If you are an experienced horse person, you may be able to turn your love of horses into a thriving business by opening a tack shop. Owning a tack shop can give you the ability to outfit your own horse for less, while also providing a steady income you can use to support your hobby. But whether you plan to operate your tack shop business part time or make it a full-time endeavour, it is important to get off to the right start.
- Skill level:
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Things you need
- Suitable space
- Business permit
- Horse trailer or other vehicle
- Business cards
Obtain the necessary business permits from your state and local government agencies. The licensing and permitting requirements will vary from place to place, so acquire the right permits in place before getting started. Some locations may also have specific requirements for horse related businesses, so be sure to check with your state's department of agriculture to see if any specific statutes apply to tack shop businesses.
Determine your niche. Chances are there are already a number of tack shops within driving distance of most of your customers, so to succeed you will need to differentiate yourself from those other shops. Focusing on a popular but underserved niche in your area can be a big help. For instance, if there are a lot of draft horses in your area, stocking a wide variety of draft horse saddles, bridles and other gear can give you a real leg up.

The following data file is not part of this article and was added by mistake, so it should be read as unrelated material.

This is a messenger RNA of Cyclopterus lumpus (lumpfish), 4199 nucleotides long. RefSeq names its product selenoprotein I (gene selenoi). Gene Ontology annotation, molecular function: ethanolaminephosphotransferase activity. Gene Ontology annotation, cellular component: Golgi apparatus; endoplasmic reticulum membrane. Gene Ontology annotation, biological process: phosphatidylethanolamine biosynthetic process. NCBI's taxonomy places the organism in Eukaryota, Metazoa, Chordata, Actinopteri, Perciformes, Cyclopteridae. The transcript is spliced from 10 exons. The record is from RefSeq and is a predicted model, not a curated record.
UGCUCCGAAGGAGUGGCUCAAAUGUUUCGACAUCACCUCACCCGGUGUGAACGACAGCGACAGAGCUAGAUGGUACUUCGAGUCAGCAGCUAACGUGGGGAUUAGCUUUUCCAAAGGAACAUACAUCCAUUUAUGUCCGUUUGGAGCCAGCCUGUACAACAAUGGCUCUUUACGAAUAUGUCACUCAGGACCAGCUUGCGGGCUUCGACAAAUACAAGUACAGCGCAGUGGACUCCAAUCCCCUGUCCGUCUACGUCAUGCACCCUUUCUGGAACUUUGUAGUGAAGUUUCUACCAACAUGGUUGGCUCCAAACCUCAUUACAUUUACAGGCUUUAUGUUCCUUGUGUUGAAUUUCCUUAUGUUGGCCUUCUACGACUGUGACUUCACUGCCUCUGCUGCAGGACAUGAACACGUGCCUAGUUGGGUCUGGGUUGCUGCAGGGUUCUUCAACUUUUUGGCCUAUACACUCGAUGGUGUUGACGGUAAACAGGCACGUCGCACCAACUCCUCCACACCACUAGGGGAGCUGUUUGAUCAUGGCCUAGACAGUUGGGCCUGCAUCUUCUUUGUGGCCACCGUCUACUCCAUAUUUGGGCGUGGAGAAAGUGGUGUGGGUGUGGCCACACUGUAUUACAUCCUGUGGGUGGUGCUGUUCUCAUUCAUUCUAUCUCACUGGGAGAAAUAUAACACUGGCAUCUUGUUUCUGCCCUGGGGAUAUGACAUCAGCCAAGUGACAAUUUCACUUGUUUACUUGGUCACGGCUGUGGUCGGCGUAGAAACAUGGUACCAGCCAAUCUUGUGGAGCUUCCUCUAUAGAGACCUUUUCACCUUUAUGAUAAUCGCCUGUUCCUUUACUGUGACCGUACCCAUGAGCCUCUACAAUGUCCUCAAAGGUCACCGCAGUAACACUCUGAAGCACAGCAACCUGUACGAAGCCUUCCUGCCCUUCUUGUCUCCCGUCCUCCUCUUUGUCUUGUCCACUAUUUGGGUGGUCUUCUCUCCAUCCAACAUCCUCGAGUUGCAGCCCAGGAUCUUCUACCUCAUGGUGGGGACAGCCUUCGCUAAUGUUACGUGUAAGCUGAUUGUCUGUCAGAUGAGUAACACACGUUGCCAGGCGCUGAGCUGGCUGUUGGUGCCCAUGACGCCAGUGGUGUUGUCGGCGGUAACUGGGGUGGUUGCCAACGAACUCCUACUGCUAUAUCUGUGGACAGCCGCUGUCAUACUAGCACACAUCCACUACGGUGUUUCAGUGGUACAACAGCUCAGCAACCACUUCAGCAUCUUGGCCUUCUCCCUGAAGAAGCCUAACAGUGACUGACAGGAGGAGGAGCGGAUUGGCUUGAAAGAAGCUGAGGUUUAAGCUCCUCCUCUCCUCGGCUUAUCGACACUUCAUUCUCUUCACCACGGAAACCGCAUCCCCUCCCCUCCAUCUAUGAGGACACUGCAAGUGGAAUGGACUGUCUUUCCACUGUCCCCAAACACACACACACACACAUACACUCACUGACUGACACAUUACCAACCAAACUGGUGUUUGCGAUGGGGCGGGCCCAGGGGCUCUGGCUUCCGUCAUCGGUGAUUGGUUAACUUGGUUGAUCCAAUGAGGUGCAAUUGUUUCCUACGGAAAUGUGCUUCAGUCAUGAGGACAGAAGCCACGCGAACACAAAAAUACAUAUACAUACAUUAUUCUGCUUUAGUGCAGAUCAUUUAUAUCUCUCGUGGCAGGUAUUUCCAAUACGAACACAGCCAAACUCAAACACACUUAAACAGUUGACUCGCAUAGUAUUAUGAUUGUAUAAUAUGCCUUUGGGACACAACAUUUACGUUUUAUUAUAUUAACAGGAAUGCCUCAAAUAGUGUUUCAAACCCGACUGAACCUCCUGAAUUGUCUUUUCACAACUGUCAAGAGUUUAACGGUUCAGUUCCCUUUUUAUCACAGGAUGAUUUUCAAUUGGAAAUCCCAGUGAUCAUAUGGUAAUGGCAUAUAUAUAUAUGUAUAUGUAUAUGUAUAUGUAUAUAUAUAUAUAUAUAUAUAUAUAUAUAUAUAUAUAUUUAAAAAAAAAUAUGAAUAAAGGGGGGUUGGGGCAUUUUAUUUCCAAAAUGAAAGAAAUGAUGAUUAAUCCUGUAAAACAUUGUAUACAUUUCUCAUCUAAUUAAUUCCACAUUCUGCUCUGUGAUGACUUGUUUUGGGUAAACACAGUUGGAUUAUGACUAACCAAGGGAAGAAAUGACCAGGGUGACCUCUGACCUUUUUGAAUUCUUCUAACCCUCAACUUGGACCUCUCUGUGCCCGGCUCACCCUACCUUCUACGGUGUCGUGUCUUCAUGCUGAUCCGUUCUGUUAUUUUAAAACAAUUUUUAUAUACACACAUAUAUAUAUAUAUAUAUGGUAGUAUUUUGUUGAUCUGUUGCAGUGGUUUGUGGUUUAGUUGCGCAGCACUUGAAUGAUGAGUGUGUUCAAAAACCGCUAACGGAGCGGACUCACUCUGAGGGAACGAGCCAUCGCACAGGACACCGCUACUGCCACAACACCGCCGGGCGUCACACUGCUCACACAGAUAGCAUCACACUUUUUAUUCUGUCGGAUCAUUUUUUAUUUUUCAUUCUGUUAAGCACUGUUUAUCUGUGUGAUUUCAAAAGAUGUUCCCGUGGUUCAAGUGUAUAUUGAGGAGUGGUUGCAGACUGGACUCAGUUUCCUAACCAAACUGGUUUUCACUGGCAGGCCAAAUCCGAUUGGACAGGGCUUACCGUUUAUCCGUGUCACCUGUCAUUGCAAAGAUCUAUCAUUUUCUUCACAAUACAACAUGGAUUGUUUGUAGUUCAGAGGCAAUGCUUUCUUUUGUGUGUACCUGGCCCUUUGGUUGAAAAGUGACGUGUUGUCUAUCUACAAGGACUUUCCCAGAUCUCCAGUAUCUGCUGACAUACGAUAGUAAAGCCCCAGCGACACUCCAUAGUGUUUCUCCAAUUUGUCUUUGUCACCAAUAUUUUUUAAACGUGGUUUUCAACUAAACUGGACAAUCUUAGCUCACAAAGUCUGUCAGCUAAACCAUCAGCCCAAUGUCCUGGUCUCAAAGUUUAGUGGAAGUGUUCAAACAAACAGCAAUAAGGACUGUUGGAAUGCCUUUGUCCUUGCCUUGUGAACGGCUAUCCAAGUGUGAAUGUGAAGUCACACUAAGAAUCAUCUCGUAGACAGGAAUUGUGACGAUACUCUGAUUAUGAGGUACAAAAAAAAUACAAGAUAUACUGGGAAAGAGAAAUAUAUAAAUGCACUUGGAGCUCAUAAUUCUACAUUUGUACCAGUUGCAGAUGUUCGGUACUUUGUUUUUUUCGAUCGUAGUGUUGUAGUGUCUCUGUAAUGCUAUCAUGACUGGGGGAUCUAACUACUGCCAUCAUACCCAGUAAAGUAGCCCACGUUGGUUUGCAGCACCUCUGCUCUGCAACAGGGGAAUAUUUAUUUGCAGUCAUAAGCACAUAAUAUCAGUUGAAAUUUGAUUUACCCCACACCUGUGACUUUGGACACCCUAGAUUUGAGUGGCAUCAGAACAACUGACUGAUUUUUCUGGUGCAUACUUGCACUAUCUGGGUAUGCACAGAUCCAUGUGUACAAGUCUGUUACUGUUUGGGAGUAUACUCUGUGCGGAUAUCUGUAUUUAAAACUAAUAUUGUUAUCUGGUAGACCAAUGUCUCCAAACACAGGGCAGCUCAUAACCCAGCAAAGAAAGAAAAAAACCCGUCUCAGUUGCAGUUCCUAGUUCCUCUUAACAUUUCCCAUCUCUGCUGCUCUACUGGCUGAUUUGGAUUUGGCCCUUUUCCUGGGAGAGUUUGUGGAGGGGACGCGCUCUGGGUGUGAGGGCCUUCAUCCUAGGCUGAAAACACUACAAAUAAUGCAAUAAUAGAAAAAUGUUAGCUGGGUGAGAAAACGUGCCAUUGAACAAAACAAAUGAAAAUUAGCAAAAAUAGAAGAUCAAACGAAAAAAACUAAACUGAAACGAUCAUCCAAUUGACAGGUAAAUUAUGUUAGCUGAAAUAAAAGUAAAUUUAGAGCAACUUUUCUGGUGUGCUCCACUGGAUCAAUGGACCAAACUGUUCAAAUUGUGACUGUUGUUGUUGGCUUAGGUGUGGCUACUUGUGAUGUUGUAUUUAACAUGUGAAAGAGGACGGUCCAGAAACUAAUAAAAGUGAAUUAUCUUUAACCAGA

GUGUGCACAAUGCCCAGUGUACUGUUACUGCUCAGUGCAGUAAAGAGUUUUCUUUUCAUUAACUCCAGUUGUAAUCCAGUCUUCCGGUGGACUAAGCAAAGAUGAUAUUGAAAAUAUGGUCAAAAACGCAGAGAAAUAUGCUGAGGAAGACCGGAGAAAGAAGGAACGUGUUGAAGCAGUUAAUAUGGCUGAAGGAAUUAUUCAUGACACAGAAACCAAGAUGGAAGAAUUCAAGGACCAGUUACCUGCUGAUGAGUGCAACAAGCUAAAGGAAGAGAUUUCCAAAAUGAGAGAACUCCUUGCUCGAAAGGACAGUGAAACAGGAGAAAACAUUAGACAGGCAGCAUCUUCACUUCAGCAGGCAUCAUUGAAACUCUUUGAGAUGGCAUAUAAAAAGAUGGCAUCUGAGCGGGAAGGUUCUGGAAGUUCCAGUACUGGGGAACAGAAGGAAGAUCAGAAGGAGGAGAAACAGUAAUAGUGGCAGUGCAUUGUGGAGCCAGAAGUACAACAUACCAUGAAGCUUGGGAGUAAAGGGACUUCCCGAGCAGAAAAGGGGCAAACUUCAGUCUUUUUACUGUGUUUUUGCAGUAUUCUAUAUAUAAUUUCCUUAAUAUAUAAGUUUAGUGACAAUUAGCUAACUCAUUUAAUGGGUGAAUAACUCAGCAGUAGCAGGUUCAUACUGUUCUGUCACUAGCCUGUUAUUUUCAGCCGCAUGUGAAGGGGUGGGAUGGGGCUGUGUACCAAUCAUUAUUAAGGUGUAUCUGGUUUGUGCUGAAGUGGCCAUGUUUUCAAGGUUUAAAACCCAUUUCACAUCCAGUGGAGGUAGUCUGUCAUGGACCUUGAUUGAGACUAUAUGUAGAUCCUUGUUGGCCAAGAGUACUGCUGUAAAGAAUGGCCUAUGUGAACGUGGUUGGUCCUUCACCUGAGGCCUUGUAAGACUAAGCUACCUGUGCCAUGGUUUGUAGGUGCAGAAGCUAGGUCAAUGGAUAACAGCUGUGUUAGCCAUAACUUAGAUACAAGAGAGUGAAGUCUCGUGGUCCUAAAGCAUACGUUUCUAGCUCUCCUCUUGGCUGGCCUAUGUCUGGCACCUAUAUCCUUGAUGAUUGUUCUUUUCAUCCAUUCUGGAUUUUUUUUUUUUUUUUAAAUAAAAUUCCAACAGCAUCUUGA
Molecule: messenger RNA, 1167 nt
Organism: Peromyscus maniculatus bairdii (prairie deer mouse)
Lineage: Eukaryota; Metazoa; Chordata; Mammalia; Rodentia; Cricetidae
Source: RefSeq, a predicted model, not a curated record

Build your initial inventory by buying tack at below-market prices. If you already have your tax identification number, you can seek out wholesalers of horse tack for some great deals. Another excellent alternative is to look for tack auctions in your area--these auctions can be excellent places to purchase high-quality tack in bulk at below-market prices. Going to local auctions can be an excellent way to build your inventory and get your tack shop up and running quickly.
Solicit consignments of quality used tack from local horse owners. Many horse people end up with lightly used tack they simply cannot use, and the ability to turn that unwanted equipment into cash can be very attractive. Many consignment tack shops will split the proceeds of such sales, with the owner of the tack shop taking a 25 per cent commission off of any sales.
Contact local riding clubs about setting up a mobile tack shop at the horse shows they run each year. Horse shows are excellent places to sell tack, since competitors often need to replace broken equipment or pick up supplies they forgot to bring from home. Horse shows also provide valuable advertising for your new tack shop and help you to build your business. You can place a stack of business cards and sales flyers on your trailer or other vehicle to spread the word about your new business.
Consider providing services as well as merchandise. For instance, your shop could set itself apart by offering laundry services for horse blankets, saddle pads and show clothes. You could also offer mending and repairs for those costly show clothes--something that many horse show riders are likely to need at some point.
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